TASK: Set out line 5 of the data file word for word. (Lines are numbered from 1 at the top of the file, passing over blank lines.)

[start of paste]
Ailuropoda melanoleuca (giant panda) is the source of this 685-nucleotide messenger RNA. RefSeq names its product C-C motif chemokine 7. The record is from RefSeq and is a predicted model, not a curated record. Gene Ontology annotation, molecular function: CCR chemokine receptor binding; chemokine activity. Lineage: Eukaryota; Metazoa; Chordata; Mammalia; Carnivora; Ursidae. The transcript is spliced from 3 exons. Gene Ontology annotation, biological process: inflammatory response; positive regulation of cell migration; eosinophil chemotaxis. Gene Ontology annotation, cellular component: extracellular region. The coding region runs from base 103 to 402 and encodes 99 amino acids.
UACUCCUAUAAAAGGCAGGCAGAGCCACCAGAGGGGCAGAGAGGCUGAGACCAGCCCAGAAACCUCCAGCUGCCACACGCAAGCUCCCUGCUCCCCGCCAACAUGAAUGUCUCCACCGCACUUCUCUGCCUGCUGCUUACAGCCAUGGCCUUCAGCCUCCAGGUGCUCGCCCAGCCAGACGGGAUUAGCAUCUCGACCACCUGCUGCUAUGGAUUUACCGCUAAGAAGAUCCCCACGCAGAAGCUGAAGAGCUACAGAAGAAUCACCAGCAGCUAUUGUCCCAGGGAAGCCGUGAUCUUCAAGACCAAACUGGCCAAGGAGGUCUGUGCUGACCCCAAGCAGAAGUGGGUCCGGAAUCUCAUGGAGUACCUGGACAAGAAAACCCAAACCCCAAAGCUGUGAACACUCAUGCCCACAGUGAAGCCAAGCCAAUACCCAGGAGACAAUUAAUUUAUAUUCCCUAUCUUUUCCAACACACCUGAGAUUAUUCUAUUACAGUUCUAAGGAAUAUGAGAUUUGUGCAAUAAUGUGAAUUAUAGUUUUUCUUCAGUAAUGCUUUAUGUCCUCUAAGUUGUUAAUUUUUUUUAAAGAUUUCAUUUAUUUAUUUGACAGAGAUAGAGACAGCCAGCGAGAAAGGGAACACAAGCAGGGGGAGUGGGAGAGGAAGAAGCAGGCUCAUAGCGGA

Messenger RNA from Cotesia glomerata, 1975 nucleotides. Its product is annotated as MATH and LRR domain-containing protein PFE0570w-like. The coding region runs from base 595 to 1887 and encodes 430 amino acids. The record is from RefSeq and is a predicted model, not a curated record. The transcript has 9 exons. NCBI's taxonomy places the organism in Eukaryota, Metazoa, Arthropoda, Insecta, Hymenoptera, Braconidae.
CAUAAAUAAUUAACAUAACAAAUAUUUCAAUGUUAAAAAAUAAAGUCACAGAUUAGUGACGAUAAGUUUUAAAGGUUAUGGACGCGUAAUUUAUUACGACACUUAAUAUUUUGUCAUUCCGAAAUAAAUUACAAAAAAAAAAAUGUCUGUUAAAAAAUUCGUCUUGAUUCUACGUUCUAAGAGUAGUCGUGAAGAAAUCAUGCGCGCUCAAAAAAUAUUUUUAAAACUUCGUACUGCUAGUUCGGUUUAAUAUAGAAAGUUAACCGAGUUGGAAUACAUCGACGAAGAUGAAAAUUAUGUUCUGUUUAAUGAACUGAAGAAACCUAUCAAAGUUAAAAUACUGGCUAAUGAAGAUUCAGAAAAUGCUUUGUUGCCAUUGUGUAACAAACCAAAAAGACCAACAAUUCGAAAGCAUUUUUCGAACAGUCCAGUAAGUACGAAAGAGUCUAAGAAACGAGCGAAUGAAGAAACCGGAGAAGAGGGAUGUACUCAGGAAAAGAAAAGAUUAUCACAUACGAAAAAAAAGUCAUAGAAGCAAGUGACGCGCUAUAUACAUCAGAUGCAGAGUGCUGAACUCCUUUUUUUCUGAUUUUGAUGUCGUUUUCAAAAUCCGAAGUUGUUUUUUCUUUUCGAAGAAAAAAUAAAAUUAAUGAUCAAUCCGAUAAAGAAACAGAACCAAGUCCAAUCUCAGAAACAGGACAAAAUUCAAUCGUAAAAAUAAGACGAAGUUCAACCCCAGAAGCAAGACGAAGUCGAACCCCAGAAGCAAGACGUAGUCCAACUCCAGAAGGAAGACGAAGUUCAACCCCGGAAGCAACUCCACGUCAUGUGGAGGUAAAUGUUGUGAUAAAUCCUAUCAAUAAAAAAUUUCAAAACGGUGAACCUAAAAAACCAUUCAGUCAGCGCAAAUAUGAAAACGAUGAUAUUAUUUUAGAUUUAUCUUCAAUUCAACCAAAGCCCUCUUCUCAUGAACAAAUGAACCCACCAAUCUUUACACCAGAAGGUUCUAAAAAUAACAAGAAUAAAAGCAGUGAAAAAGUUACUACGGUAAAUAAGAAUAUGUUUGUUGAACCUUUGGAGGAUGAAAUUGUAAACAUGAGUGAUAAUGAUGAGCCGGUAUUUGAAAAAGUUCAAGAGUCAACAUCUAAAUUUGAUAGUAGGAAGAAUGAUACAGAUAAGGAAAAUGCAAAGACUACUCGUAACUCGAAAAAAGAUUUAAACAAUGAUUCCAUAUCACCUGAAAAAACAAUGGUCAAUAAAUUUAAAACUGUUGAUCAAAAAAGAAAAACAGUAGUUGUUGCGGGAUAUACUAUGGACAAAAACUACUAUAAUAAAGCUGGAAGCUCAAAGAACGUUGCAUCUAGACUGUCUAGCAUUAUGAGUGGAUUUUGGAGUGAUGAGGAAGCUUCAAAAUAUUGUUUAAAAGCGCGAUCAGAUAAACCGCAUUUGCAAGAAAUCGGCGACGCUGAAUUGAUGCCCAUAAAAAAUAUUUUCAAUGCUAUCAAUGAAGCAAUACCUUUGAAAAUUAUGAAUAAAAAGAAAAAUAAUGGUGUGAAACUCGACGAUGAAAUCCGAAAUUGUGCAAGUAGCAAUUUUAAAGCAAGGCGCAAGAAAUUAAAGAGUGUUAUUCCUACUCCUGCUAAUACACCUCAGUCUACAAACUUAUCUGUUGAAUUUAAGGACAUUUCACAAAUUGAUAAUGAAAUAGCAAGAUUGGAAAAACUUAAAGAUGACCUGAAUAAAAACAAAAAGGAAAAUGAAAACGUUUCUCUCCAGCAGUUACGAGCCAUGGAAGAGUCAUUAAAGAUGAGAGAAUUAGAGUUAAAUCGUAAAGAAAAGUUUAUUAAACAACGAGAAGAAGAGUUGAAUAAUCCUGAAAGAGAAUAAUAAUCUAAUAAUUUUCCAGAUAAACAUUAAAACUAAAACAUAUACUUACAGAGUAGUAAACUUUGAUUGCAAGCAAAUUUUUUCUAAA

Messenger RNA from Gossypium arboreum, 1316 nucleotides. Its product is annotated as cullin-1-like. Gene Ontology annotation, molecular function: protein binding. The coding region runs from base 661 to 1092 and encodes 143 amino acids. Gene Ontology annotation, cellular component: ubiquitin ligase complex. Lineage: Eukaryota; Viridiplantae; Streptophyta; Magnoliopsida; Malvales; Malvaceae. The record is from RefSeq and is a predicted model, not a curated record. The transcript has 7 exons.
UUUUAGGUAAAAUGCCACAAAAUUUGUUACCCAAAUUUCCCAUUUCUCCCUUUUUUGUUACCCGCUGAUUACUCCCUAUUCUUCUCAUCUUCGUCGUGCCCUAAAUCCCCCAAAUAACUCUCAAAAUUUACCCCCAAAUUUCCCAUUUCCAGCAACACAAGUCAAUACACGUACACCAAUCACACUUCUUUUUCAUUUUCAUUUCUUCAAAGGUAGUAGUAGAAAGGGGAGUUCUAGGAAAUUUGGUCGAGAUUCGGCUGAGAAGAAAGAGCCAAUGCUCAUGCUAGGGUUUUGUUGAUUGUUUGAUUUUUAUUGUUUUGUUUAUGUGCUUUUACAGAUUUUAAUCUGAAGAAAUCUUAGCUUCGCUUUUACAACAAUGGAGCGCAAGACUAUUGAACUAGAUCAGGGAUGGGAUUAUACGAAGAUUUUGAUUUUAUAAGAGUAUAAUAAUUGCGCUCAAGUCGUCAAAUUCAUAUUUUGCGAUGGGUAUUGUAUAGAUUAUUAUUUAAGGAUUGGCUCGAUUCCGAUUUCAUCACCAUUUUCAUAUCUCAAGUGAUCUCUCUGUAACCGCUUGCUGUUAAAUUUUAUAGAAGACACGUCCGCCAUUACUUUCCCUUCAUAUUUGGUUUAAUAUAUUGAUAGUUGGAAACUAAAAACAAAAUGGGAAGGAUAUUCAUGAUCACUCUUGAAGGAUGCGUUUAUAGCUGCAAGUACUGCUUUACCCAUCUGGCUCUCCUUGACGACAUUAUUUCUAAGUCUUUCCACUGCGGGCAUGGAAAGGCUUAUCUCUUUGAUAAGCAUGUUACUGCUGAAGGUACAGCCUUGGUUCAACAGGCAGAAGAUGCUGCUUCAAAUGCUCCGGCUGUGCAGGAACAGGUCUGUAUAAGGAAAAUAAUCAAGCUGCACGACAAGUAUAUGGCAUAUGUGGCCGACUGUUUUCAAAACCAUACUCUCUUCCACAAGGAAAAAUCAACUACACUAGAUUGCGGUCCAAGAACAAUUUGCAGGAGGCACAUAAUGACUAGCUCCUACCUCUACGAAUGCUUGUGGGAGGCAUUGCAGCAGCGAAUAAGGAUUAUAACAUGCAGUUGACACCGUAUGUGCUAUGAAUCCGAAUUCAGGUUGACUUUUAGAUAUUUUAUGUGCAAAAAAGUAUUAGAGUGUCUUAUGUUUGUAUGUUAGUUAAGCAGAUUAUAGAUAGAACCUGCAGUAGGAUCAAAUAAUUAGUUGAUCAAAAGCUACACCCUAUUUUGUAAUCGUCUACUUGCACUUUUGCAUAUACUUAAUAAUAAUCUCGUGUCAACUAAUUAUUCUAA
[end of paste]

Messenger RNA from Gossypium arboreum, 1316 nucleotides. Its product is annotated as cullin-1-like. Gene Ontology annotation, molecular function: protein binding. The coding region runs from base 661 to 1092 and encodes 143 amino acids. Gene Ontology annotation, cellular component: ubiquitin ligase complex. Lineage: Eukaryota; Viridiplantae; Streptophyta; Magnoliopsida; Malvales; Malvaceae. The record is from RefSeq and is a predicted model, not a curated record. The transcript has 7 exons.